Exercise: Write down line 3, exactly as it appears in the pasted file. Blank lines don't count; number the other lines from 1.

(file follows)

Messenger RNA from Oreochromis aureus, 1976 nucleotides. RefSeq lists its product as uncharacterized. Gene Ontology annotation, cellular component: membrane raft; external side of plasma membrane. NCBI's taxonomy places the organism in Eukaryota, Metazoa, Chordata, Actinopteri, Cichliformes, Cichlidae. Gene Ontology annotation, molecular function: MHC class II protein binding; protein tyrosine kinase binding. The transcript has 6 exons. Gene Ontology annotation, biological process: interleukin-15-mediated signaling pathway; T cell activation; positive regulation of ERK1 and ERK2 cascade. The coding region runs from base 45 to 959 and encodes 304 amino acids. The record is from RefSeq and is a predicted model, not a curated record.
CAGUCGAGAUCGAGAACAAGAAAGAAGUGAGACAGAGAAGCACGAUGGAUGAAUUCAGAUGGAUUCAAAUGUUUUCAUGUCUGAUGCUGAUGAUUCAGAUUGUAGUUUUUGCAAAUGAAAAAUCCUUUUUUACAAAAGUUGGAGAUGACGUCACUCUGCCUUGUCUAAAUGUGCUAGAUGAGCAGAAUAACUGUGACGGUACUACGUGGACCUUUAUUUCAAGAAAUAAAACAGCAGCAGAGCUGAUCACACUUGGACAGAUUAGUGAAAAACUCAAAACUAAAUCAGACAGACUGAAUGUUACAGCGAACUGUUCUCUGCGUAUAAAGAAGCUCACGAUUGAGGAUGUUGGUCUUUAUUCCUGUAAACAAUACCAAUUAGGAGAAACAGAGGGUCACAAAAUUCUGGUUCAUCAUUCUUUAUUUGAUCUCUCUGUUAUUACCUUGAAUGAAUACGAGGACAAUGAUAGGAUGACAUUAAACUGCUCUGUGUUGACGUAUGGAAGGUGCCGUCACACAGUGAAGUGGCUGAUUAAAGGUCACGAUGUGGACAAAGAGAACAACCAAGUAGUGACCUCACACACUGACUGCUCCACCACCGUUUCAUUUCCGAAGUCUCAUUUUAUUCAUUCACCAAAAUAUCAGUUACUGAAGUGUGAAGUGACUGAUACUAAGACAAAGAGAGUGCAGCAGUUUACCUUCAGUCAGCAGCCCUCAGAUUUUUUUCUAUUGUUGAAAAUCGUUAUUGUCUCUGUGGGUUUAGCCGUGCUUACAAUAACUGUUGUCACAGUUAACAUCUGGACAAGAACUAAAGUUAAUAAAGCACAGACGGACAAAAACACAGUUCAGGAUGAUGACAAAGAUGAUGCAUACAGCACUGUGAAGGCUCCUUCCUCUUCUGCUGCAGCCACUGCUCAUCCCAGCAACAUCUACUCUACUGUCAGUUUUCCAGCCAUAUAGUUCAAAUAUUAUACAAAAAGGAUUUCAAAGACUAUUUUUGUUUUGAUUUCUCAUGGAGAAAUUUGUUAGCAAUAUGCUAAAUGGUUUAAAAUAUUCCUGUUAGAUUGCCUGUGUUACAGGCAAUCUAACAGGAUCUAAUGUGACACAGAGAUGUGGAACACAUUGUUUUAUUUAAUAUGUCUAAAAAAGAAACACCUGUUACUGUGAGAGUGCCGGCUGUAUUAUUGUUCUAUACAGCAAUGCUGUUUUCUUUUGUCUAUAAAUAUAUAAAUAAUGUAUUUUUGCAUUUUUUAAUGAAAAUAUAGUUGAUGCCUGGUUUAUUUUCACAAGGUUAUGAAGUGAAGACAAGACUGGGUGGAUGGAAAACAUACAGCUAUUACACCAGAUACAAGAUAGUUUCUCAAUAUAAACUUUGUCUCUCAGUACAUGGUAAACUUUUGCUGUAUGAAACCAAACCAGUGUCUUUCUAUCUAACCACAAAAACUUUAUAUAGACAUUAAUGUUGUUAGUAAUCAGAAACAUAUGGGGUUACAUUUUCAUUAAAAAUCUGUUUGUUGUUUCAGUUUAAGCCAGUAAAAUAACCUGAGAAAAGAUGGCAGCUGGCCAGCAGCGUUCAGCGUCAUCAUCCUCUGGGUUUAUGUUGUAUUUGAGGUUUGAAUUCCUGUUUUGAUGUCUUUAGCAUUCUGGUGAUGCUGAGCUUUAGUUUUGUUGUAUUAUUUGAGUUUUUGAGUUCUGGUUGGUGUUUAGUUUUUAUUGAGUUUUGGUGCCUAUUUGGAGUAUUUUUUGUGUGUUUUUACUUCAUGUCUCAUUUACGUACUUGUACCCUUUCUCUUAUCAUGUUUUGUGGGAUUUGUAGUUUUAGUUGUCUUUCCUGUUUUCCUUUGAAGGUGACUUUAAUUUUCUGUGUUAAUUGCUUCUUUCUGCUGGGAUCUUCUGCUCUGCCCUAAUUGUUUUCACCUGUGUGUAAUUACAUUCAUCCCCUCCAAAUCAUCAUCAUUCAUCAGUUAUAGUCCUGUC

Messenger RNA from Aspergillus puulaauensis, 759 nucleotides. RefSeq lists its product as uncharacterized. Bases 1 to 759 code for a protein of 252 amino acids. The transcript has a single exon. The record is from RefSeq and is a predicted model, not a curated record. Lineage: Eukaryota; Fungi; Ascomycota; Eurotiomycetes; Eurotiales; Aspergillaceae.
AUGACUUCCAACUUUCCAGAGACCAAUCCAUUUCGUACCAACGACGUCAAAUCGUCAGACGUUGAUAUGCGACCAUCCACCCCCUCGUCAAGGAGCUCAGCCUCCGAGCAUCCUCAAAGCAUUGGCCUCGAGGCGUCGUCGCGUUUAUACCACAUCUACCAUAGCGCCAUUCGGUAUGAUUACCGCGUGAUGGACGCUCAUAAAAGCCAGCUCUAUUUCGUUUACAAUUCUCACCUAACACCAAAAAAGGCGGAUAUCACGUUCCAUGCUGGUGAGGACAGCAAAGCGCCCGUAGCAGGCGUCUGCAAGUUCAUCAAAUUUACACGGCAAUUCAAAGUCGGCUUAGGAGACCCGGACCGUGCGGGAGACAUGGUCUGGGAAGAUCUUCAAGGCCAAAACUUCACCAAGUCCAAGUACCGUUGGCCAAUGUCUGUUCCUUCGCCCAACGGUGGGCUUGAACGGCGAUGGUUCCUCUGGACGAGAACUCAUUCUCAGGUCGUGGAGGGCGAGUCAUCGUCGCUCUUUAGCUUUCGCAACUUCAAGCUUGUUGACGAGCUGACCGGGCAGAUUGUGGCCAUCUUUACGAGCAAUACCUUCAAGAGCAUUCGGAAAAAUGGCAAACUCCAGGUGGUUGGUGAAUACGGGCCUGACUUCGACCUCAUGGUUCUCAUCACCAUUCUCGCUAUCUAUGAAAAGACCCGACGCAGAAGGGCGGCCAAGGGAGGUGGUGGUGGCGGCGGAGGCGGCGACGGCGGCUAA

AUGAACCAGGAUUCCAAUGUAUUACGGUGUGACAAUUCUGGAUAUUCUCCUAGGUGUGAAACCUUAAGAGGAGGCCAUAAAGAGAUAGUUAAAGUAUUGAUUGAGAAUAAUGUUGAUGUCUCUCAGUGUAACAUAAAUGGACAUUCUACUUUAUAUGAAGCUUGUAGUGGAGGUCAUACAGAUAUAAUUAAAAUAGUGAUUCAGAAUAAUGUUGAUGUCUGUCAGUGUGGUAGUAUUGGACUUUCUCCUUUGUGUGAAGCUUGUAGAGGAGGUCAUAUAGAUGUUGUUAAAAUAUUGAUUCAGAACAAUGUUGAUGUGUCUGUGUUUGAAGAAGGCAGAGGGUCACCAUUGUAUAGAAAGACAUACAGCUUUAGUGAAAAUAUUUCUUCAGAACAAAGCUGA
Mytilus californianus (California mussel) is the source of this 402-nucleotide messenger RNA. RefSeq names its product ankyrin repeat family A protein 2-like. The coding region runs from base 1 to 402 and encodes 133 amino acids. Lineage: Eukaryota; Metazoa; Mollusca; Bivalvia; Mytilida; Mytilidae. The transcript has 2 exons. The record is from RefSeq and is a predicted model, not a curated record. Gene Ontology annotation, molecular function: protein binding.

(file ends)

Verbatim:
Messenger RNA from Aspergillus puulaauensis, 759 nucleotides. RefSeq lists its product as uncharacterized. Bases 1 to 759 code for a protein of 252 amino acids. The transcript has a single exon. The record is from RefSeq and is a predicted model, not a curated record. Lineage: Eukaryota; Fungi; Ascomycota; Eurotiomycetes; Eurotiales; Aspergillaceae.